For the Record (FTR) File Naming Overview

For The Record (FTR) digital court recordings are transforming the way court reporters capture legal proceedings.

Here are the need-to-knows when downloading and understanding FTR files:

FTR File Naming Convention

FTR employs a unique FTR file naming convention to set the location, date and time when captured proceedings are recorded (location being the proceeding venue; e.g., AZ Bankruptcy Rm 3). The FTR player relies on this file naming convention to display this information to the user. When audio is recorded, files are created with names that are automatically generated by the FTR recorder with this naming convention. The file naming convention/structure is as follows:

During recording the recorder creates files with a maximum length of 5 minutes (i.e., upon reaching 5 minutes, the current recording file is closed and a new one created to hold the next 5 minutes of recording). Each 5-minute file looks similar, but the human readable time, and the 16-character equivalent time-stamp that follows is different for each file (i.e., the time represents the start time of each individual 5-minute file).

Playing FTR Files

When the FTR player loads and plays files that exhibit the FTR naming convention described above, the time, date and recording location displayed in the player correctly represents the actual time, date and location of the proceeding that was captured. And this will be the case irrespective of the user’s PC’s current time, as well as whether the recording files have been copied one or more times since their creation (i.e., they may exhibit variations in their “Date modified” attribute compared to the original files).

Playing Non-FTR Files

The FTR player, however, is also capable of playing some non-FTR files that were created by other recorders, and which do not reflect the FTR file naming convention. When such files are loaded into the FTR player, information regarding the actual recording date, time and location of the captured proceeding are not available to the FTR player. As a result, the FTR player defaults to display slightly different information:

For the recording location, the player displays the actual file name, not the venue location name where the proceeding occurred.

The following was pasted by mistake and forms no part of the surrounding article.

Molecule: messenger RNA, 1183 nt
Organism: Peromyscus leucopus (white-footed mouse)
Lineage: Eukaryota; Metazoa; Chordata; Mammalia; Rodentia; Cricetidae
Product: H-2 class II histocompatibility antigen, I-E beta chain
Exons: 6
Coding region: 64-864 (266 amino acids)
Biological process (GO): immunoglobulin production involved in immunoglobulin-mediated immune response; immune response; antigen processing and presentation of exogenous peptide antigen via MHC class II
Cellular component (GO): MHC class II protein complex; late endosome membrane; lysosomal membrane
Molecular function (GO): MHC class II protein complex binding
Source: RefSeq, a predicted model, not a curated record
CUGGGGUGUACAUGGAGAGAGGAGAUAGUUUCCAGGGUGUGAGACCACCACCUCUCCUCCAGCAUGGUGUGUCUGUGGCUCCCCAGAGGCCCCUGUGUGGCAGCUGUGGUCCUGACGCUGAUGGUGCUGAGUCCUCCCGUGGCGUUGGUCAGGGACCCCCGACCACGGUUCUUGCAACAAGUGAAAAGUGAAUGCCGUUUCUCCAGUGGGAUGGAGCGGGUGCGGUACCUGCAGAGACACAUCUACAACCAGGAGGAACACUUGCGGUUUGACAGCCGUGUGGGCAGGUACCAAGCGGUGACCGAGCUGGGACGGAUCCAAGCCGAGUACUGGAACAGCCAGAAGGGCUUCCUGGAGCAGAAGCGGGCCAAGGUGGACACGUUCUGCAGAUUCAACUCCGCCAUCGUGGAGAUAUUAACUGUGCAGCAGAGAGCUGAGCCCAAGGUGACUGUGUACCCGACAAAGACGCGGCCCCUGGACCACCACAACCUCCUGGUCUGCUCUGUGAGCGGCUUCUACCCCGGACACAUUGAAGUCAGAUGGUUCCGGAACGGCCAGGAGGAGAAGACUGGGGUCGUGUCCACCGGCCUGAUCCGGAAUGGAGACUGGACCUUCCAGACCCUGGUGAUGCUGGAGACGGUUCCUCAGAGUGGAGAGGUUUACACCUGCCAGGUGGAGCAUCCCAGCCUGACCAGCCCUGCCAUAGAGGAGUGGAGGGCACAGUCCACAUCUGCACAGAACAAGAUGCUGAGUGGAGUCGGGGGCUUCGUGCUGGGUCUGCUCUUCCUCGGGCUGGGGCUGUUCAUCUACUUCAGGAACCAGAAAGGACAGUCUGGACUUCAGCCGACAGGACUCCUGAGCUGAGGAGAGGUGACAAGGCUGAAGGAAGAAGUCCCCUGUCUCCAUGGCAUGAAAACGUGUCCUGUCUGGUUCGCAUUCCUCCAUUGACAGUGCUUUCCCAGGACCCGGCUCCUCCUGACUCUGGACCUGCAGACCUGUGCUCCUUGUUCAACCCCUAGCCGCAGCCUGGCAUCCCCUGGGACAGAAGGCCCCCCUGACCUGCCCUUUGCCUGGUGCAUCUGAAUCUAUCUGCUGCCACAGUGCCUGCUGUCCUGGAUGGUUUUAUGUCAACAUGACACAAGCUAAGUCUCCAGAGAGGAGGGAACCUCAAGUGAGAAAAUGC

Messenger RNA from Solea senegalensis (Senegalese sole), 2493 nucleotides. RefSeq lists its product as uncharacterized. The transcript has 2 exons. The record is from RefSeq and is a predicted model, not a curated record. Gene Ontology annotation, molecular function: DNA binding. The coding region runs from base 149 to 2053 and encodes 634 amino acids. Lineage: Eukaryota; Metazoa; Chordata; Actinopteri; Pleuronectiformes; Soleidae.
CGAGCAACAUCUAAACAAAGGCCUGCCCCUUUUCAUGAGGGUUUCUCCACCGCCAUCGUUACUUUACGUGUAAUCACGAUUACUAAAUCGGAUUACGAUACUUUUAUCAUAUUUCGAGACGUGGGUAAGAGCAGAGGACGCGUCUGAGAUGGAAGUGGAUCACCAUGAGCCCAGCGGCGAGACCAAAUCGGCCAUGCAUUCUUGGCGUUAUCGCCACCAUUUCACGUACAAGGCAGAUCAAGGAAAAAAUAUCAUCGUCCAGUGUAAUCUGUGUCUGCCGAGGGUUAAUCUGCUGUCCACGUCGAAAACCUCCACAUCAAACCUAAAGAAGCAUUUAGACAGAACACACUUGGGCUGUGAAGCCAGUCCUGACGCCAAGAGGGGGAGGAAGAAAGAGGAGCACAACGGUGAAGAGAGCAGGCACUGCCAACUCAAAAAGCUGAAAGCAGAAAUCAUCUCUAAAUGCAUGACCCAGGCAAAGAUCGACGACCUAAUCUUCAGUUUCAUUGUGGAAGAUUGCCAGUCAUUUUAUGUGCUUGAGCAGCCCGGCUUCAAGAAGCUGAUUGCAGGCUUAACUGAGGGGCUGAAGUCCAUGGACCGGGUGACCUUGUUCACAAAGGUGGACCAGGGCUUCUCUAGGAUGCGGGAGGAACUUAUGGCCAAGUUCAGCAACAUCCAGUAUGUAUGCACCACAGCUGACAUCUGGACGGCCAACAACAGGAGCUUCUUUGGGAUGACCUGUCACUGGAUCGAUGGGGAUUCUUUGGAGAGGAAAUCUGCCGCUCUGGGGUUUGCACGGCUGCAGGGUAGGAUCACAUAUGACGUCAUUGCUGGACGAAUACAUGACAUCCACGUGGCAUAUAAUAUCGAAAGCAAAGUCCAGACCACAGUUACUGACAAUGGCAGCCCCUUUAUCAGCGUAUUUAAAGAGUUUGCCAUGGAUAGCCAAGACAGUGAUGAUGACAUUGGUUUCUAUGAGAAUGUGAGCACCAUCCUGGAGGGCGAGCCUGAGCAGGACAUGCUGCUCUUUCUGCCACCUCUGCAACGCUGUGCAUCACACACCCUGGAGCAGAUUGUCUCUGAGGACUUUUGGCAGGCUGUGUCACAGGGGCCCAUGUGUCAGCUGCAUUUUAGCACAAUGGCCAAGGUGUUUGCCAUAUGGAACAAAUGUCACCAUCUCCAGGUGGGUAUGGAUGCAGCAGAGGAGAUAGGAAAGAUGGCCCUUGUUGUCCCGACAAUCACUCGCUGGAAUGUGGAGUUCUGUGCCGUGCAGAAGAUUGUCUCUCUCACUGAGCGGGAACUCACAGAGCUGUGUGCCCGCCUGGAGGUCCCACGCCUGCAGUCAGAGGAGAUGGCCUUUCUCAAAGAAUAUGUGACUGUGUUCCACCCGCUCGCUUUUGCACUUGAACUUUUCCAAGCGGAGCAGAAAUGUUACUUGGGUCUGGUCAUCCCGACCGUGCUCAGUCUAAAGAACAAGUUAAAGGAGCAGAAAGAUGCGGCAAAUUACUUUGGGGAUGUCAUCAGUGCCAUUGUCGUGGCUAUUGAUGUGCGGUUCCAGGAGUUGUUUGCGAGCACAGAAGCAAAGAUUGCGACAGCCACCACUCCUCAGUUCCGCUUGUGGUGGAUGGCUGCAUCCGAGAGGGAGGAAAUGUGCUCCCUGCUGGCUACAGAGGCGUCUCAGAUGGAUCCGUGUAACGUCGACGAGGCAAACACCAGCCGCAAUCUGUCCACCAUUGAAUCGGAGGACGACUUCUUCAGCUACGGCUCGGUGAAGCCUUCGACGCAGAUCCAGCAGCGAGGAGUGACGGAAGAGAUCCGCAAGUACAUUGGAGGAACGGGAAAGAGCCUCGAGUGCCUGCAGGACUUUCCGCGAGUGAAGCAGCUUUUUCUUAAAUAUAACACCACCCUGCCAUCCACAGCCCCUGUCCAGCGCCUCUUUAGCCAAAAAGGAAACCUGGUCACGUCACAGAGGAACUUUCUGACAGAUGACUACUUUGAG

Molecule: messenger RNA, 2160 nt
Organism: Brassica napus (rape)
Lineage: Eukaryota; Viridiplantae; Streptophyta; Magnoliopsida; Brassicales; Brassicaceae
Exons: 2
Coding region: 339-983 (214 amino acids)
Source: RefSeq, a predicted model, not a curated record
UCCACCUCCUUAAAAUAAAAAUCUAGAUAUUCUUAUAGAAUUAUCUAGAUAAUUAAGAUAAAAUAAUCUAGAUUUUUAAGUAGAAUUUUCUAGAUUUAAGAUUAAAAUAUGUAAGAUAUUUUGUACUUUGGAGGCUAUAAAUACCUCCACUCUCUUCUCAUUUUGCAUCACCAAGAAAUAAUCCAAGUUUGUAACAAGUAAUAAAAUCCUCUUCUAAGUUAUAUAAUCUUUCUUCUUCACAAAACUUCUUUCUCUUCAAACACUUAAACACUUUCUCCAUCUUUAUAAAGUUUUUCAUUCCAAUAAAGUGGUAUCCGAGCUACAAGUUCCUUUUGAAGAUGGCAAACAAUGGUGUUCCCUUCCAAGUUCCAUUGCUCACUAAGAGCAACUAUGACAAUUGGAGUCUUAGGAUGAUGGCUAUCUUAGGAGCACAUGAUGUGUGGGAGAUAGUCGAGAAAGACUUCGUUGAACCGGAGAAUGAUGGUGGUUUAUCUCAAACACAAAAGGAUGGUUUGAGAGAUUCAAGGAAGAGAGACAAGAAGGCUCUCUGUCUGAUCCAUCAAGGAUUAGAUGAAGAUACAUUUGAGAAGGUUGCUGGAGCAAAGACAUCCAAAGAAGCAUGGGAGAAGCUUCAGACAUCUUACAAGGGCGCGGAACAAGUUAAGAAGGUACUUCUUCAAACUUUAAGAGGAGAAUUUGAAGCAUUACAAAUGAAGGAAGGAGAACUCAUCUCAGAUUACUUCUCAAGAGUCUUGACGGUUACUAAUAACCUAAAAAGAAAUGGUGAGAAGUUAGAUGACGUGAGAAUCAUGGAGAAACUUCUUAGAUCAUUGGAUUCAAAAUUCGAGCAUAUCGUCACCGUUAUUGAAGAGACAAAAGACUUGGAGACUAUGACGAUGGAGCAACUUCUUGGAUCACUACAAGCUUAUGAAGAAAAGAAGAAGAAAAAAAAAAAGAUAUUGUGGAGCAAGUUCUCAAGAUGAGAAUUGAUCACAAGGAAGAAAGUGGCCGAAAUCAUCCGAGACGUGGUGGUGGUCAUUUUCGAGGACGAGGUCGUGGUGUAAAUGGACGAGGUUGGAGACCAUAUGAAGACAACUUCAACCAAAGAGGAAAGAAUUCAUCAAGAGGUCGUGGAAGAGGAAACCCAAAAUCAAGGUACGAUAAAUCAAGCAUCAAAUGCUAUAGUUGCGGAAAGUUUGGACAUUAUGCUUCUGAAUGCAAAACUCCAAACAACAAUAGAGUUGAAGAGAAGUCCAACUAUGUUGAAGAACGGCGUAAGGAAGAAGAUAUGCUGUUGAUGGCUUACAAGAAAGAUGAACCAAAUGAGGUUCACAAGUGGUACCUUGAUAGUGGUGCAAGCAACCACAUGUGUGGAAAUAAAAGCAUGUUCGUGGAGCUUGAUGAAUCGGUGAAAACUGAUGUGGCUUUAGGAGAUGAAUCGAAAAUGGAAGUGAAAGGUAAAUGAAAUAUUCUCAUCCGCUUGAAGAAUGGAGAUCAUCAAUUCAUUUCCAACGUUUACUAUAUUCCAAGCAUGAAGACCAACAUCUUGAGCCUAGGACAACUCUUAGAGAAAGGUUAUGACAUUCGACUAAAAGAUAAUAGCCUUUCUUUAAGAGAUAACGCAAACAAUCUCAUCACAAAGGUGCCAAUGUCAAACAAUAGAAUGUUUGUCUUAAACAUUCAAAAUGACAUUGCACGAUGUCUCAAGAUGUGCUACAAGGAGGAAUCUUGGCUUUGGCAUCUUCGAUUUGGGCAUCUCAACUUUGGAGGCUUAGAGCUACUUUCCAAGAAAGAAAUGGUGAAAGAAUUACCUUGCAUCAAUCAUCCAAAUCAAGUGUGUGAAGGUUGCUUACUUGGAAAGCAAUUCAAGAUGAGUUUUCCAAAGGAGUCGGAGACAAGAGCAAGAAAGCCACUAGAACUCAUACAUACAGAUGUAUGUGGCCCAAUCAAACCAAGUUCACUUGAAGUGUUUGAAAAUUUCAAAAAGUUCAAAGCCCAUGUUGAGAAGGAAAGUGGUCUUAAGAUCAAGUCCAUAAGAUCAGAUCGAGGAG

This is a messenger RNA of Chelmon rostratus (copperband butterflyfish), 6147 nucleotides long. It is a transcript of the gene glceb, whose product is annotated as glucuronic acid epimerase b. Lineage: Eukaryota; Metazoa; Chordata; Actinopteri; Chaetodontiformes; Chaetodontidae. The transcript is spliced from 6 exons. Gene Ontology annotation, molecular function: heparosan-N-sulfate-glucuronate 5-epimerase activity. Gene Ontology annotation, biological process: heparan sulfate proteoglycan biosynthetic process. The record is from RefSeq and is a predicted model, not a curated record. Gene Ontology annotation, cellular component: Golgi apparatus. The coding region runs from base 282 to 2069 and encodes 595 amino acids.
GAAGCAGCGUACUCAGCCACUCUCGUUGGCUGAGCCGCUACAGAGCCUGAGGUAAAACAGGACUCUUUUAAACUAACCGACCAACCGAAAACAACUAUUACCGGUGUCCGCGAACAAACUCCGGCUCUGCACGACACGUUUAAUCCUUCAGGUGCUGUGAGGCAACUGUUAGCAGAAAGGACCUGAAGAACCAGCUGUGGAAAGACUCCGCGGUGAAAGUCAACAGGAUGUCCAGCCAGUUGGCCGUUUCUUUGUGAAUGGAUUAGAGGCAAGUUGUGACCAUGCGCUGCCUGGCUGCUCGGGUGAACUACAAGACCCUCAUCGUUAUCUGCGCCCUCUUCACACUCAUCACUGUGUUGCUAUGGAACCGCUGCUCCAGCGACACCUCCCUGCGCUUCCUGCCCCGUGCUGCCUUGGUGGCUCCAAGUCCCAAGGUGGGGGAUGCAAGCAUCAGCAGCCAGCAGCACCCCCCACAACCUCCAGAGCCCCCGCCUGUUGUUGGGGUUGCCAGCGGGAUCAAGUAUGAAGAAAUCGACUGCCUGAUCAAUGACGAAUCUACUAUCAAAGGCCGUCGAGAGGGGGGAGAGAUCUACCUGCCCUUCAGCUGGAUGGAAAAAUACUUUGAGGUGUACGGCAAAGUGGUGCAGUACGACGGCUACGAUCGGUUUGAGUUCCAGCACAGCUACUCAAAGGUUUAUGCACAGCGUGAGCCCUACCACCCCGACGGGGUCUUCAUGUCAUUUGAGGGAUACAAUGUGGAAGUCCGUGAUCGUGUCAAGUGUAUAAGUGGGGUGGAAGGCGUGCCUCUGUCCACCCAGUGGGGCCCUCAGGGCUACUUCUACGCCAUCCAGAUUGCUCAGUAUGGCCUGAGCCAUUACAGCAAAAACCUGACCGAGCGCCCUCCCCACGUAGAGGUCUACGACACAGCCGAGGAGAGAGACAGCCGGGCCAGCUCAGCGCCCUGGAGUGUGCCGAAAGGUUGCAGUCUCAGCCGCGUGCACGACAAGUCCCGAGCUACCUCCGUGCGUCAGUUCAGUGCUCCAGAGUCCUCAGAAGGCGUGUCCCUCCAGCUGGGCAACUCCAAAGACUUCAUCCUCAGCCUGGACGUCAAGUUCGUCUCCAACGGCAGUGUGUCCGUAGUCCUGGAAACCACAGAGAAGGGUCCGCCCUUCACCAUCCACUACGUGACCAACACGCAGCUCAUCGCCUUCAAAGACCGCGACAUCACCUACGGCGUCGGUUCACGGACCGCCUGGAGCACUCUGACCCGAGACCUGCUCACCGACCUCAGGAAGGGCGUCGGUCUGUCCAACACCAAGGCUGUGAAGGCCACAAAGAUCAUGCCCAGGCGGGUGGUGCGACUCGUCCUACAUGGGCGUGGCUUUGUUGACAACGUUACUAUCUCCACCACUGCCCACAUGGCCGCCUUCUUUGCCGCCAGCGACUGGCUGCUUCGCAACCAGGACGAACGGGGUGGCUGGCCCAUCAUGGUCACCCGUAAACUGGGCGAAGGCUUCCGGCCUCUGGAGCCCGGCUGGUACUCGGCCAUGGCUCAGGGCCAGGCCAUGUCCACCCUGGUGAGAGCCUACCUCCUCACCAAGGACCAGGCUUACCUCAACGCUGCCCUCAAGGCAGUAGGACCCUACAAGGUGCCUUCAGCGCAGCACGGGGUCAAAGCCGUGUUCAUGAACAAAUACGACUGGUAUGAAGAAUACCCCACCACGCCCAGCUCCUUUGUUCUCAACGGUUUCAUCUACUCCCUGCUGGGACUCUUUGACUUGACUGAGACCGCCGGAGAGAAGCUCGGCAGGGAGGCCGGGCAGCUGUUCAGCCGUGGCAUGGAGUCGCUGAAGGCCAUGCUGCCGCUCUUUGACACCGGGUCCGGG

The date & time displayed are the date & time that the file was last saved to the media (e.g., thumb-drive, HD, CD) from which the file has been loaded for playback.

Also, in then case of non-FTR file types, the player will not allow multiple files to be loaded concurrently the way native FTR 5-minute files can be. Non-FTR files can only be loaded and played one at a time.

So, for example, if an MP3 file named “sample_file.mp3” is downloaded to a user’s PC today at 10:22:41 AM and is loaded into the FTR player, the player would display:

Recording location = sample_file.mp3

Date = June 30, 2013

Time = 10:22:41

And as the file is played, the time displayed would advance as normal, but would be based on 10:22:41 being the start time, and not based on the actual start time of the recorded proceeding. So, when the clock showed 10:27:41, you are exactly 5 minutes into that file.

Now, if the same user were to move to another computer and, using a thumb-drive, copies the “sample_file.mp3” file to the thumb-drive and then saves the file to the other computer’s hard drive at 1:53:07pm, then when the file is opened on the alternate computer, the FTR player would display:

Recording location = sample_file.mp3

Date = June 30, 2013

Time = 13:53:07 (military time for 1:53:07pm)

Non-FTR File Indiscernible Time-Stamps

On a related note, when transcribing non-FTR recording files within the FTR player, and when it is necessary to enter an indiscernible time-stamp in the transcript, the time-stamp must reflect the point in time relative to a start time of zero (0). So, using the last example, if the start time of the file displayed in the player is 13:53:07, and the point in time at which the indiscernible occurs is displayed as 14:26:34, then the indiscernible time-stamp to enter into the transcript is 14:26:34 – 13:53:07 = 00:33:27 (i.e., the indiscernible occurs at 33 minutes, 27 seconds into the recording). This is necessary given that the times displayed in the FTR player for non-FTR files will most likely not match from user to user (i.e., from Transcriber to Proofreader) at the same point in the recording.